The Beginning of The Game
The story of Zelda II starts like the game before it, with an intro story scroll.
"After Ganon was destroyed, Impa told Link a sleeping spell was cast on Princess Zelda. She will wake only with the power of No. 3 Triforce sealed in a palace in Hyrule. To break the seal, crystals must be placed in statues in 6 well guarded palaces. Link set out on his most Adventuresome quest yet..."
Well since Adventure is in the title of the game I suppose this could be his most adventuresome quest yet. It's also funny to see that Link is placing crystals in statues as the goal because in the next game in the series Link to the Past the goal is to collect the crystals... err pendants... err... sage crystals!
I also like that there is some ambiguity on who cast a sleeping spell on Zelda. But that ambiguity lasts all of a handful of minutes because when all your lives are gone a red screen flashes showing an outline of Ganon with him laughing at you harkening his return to Hyrule. Yeah I kinda figured it was him but Zelda II is a sidescroller so it's possible they changed other elements and I just didn't know about it.
You're Going To Die A Lot
The original NES Legend of Zelda never felt too difficult to me. Whenever I played the game I had a map that a friend made me or something I made myself. The difficulty of the dungeons never felt too crazy and the last dungeon wasn't too hard... if you mapped out your route. I personally never played the second quest but the first quest always seemed amazingly fun and not too hard. I felt similarly about Link to the Past and Link's Awakening. Come to think of it i've never felt any of the Zelda games were too difficult. Sometimes what you have to do next was impossible to figure out and I had to ask a friend or consult a player guide but I've never considered the games to be particularly challenging. All that said Zelda II: The Adventure of Link might be the most difficult Zelda i've ever played.
Zelda II has a experience based progression system that when you gain enough experience you can level up. Health, attack and magic are all abilities you can level up and each makes you tougher, hit harder or the ability to use less magic while casting spells. Along the way you can find heat containers that increase your life and magic bottles that increase your magic. To progress through Zelda II you need to make sure you are collecting enough experience to level up while making sure you get each heart and magic bottle or else the game will simply be too difficult. For instance, after you complete the first dungeon you can either go south to get the hammer or east for the second dungeon. I opted to go for the hammer so I could make my way easier through the overworld and I spent over 10 runs and 6 level-ups before I could make my way to actually collect the hammer in the cave maze. I might have taken that part a bit early but I was also getting completely wrecked at the second dungeon too. Zelda II is a fun game but it's the first Zelda game i've spent time level grinding to progress.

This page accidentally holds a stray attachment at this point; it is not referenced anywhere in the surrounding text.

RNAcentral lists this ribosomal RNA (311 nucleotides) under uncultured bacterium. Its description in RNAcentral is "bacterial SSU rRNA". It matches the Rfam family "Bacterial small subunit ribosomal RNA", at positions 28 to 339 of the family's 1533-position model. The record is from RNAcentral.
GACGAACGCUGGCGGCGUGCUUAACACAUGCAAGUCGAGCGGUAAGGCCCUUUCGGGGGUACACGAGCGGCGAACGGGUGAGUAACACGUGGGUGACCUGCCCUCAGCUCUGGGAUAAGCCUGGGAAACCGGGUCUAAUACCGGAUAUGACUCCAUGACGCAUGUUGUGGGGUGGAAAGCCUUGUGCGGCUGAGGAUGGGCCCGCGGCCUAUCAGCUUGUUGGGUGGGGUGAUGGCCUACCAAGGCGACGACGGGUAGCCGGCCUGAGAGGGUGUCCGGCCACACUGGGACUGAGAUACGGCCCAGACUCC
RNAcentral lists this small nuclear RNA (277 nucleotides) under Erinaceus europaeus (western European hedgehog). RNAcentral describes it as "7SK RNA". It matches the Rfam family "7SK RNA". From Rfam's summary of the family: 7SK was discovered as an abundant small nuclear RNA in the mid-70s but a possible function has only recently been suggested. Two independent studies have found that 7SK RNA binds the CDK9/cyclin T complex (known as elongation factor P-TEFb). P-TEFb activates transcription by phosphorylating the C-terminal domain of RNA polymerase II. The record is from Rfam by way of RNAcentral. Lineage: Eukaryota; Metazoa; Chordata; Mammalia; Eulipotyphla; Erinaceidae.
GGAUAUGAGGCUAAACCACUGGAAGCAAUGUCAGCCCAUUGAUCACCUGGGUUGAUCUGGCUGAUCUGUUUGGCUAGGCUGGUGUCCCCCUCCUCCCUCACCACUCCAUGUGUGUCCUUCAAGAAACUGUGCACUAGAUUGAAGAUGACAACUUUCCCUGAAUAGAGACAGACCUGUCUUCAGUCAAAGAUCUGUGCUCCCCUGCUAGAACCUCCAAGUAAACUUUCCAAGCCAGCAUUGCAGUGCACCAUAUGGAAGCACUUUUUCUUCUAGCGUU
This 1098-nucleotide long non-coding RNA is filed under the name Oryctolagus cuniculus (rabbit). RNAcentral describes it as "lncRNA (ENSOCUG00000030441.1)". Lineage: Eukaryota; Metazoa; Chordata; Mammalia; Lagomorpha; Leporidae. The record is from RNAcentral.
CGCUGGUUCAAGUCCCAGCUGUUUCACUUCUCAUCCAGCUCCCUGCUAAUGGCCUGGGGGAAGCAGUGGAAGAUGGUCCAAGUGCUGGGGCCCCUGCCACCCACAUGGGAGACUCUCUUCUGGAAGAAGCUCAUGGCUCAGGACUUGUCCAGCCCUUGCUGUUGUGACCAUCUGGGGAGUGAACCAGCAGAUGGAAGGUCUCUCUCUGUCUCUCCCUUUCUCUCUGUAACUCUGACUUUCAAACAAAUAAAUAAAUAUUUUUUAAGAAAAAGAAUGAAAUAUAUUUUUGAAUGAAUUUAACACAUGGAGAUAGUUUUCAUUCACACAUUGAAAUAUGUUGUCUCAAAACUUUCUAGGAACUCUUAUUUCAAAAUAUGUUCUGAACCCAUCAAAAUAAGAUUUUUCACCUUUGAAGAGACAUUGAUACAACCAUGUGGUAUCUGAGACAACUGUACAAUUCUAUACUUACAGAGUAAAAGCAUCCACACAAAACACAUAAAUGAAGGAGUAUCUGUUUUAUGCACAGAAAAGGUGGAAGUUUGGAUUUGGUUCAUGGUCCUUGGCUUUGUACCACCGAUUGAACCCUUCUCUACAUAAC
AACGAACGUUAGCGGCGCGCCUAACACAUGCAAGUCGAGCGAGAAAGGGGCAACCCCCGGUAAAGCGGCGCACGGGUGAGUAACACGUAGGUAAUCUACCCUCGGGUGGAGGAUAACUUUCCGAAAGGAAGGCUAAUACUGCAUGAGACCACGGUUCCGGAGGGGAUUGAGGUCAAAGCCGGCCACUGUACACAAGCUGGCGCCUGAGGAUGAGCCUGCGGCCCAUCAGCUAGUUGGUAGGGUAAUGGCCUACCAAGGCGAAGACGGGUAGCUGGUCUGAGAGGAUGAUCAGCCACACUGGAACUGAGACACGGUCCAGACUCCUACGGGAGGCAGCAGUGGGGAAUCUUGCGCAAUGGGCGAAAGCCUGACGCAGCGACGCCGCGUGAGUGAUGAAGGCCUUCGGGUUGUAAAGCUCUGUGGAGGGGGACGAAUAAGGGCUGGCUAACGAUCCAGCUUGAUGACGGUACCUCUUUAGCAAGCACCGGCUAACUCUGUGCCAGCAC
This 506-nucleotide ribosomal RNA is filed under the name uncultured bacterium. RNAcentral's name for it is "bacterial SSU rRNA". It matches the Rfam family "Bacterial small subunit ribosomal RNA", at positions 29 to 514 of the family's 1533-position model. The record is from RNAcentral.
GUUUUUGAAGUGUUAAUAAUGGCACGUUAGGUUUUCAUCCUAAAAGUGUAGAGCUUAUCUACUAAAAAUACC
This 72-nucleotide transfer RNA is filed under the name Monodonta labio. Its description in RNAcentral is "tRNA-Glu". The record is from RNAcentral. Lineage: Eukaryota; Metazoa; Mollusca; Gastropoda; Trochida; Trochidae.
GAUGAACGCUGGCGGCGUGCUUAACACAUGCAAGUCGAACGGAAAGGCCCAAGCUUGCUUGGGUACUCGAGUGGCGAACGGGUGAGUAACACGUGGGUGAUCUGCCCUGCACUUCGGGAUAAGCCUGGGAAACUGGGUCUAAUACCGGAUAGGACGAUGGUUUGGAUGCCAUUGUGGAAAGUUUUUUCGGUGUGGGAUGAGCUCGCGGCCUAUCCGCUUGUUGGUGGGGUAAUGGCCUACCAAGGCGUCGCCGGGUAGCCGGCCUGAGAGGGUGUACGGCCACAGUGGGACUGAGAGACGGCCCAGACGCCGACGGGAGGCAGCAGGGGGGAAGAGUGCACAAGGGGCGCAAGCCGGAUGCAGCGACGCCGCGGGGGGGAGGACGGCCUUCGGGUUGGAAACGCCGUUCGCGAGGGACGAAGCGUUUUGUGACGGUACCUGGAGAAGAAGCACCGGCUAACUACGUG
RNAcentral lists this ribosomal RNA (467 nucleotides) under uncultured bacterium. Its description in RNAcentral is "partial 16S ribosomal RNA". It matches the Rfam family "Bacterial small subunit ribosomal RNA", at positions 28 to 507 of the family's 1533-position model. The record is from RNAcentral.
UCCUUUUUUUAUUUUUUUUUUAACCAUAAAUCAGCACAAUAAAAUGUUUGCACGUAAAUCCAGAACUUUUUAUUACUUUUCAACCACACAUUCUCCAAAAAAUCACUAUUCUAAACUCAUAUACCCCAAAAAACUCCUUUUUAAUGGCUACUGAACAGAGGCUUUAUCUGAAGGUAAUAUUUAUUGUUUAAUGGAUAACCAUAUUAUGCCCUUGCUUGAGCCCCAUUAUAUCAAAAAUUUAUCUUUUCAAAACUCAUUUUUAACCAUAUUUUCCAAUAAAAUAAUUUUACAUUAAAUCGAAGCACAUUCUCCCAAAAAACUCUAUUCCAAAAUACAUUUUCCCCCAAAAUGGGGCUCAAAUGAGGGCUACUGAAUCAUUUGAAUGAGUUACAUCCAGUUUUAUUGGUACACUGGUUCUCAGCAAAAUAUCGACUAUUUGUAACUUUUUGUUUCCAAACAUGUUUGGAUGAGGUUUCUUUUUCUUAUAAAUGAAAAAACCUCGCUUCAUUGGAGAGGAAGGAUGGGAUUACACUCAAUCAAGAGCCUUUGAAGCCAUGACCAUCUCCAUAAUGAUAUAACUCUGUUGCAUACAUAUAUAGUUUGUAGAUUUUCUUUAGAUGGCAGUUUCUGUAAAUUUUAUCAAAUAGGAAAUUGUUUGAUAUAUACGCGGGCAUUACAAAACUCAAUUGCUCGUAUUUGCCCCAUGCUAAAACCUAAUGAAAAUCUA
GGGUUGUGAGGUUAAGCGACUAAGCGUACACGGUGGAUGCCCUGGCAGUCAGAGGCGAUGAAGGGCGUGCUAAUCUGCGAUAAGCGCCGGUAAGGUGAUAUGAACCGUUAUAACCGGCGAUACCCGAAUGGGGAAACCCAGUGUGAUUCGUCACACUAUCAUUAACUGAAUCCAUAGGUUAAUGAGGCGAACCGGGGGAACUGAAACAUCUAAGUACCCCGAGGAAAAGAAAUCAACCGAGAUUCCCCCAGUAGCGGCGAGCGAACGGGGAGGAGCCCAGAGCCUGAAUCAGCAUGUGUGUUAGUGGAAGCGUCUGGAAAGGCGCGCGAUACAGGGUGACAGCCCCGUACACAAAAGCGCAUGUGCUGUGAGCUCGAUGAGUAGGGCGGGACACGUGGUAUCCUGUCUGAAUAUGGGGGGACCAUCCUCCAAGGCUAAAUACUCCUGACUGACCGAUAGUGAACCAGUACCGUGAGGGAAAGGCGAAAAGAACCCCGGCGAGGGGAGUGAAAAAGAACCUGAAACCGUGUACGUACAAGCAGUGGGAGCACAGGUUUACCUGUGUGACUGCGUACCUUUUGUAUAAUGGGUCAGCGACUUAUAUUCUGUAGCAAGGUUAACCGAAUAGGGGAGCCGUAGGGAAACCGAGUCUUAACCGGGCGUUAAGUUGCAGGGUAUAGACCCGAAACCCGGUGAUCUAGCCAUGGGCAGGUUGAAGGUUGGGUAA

Zelda II Is All About Defense & Run Management
Zelda II reminds me of a modern rogue-like in that each enemy has a specific method of attack and way you approach it and if you don't consider defense to be more important you will not progress through the game. In fact, i'd say a good defense coupled with health management is the most important part of Zelda II. In most games you can ignore small enemies that you outclassed because the amount of damage done to you is minuscule and you can easily heal. It's the same in Zelda II as low class enemies don't do much damage to you but healing is hard to come by and you need to plan your run accordingly. For instance the best healing in the game is a spell you get but that takes up magic which isn't easy to come by either and you need that magic for defense and jump spells. If you run out of magic and you need the jump spell you can't progress. If you run out of magic and you need the defense spell for a tough run of enemies you will die. If you die too much the game is over and you can continue but back at the start of the game.
Zelda II is a game all about managing your runs to dungeons, items and the like and how to balance when to focus on leveling up VS when to focus on getting items to progress. For instance if I am close to death on my last life but also close to leveling up I'll choose leveling up and focus less on progression so I can save the game and restart my run. But if i'm close to collecting an item (key, heart, hammer) I might choose to avoid fights to collect the item so I can die, save the game and start over a new run.
I'm using a map to make my playthrough of Zelda II easier and I'd recommend you do the same if you are going to play it. Like nearly all the NES games i've played recently on the classic I am using the map out of the Playing with Power book. The Zelda II maps aren't perfect and contain a few omissions like they print out the general area where you can find Bagu but not the actual tile location. Some of the text is also vague but I didn't find it too hard to figure out or enhance it with a quick search online.
If you missed out on Zelda II and are looking for a challenge you might want to play Breath of the Wild. But if you played that and want to head back to something a bit more retro, Zelda II is here and Ganon is ready to laugh at you each time you die.